“In days of yore,” and all that …

I suppose I’m a wee bit of a sentimental imperialist, in a way …

Stamp_Canada_1942_1cg1061Oh, I was born here, in Canada, of Canadian born parents and Canadian born grandparents, too, but I was born when King George VI, the last King-Emperor, was on the throne and it was, still, common to see coins with the images of King George V on them. I recall, very well indeed, the day King George VI died and the images of three grieving queens, the new Queen, who is, still, thankfully, our monarch today, the Queen Mother, Elizabeth, and the Dowager Queen Mother, Mary, was flashed around the world …

image… I grew up celebrating Dominion Day (it didn’t become Canada day until 1982) and I understood what “dominion” meant ~ it was, never, a synonym for colony, even though many, many foolish people thought so. I knew what empire meant, too, and I watched in fascination as the Brits, for the first time in history, dissolved one … mostly peacefully.  I thought (I still think) that, in 1982, we threw out way too much baby and not nearly enough bath water … but it was Pierre Trudeau’s Canada and he and I had much different senses of what our country was (and wasn’t) and could be.

I remember a country school house ~ one grade per room/one room per grade (none were overcrowded) we had a picture over the chalkboard … it was of a the white ensign …

2905704829

… and under it was written the slogan that Sir Robert Borden used when he won the 1911 election:

One Flag, One Fleet, One Throne

We grew up never questioning the idea that we were Canadians … and British subjects.

I lived through turbulent times … the greatest war in history, the jet age, the advent of television and the suburbs, the impact of the pill, the nuclear age, the information age … and the dissolution of the British Empire and the rise of the American one.

But there was one constant. We Canadians had made the maple leaf our own symbol …

… and I think I knew the worlds to “The Maple Leaf Forever” at least as soon as I knew the words to “O Canada!”

So I do not crave a return of the  British Empire ~ which also featured prominently on every schoolroom wall …

pVUHyAM

… although I agree, broadly and generally with historians like Niall Ferguson that it was, by an large, a force for much more good than evil. And I welcomed the maple leaf flag when it first flew … I vividly remember a stirring of pride when I arrived (1967) at my new post, Canadian Army barracks named Fort York, near the small city of Soest in West Germany, and saw the maple leaf waving so proudly above our camp. We were proud, fiercely independent Canadians, but we were also, equally proudly, part of the British Army of the Rhine … it was the best, most professional force in NATO and we were the best soldiers in it.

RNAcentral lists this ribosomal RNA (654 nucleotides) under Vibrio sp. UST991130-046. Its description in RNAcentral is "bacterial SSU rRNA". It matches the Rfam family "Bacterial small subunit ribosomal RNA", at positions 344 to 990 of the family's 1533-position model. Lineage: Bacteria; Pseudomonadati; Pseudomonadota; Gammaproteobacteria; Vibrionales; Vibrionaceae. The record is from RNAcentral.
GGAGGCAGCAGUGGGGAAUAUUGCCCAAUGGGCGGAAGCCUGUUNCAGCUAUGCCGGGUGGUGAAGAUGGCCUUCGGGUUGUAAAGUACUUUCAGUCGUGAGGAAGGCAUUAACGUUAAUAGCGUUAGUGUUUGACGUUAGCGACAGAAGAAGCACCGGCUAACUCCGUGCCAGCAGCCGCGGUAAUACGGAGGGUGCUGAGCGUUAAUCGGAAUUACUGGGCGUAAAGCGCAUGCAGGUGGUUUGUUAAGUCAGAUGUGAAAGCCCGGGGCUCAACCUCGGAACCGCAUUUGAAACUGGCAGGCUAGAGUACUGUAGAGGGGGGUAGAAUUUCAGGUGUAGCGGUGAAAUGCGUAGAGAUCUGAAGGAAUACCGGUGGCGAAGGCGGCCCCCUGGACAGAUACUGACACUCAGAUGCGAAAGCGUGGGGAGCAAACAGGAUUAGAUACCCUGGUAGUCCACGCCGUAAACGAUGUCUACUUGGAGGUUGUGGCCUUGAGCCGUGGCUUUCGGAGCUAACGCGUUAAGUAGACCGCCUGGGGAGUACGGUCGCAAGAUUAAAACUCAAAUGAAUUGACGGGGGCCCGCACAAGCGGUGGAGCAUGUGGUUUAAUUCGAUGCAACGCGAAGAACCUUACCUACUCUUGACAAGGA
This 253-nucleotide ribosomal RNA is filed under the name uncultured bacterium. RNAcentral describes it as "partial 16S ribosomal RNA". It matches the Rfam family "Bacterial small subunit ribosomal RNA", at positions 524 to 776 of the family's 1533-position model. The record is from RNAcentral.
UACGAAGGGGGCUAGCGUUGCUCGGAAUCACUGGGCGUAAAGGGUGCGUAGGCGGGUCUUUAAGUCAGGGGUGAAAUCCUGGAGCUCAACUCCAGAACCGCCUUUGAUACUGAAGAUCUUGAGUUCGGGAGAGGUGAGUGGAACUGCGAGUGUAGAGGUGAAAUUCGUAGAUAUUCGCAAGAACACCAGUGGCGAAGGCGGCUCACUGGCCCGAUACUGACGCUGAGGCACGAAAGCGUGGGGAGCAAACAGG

I am part of the “transition generation” between that great empire and the 21st century; I have a ‘foot in both camps’ as it were. I’m happy with our new Canada, even if I think we are too quick to discard things of real value from our history and even though my childhood memories are of an old Canada .

But, for me, anyway, it’s still Dominion Day and although I live in Ottawa, where all the hoopla takes place, I think it, Dominion Day, is still celebrated best in town like Shelburne, Nova Scotia, and Shelburne,Ontario and hundreds of other small towns, from coast to coast to coast …

article_large

… so, happy 149th birthday, Dominion of Canada …

Proclamation_Canadian_Confederation

… and God save our gracious Queen.

Leave a Reply

Fill in your details below or click an icon to log in:

WordPress.com Logo

You are commenting using your WordPress.com account. Log Out / Change )

Twitter picture

You are commenting using your Twitter account. Log Out / Change )

Facebook photo

You are commenting using your Facebook account. Log Out / Change )

Google+ photo

You are commenting using your Google+ account. Log Out / Change )

Connecting to %s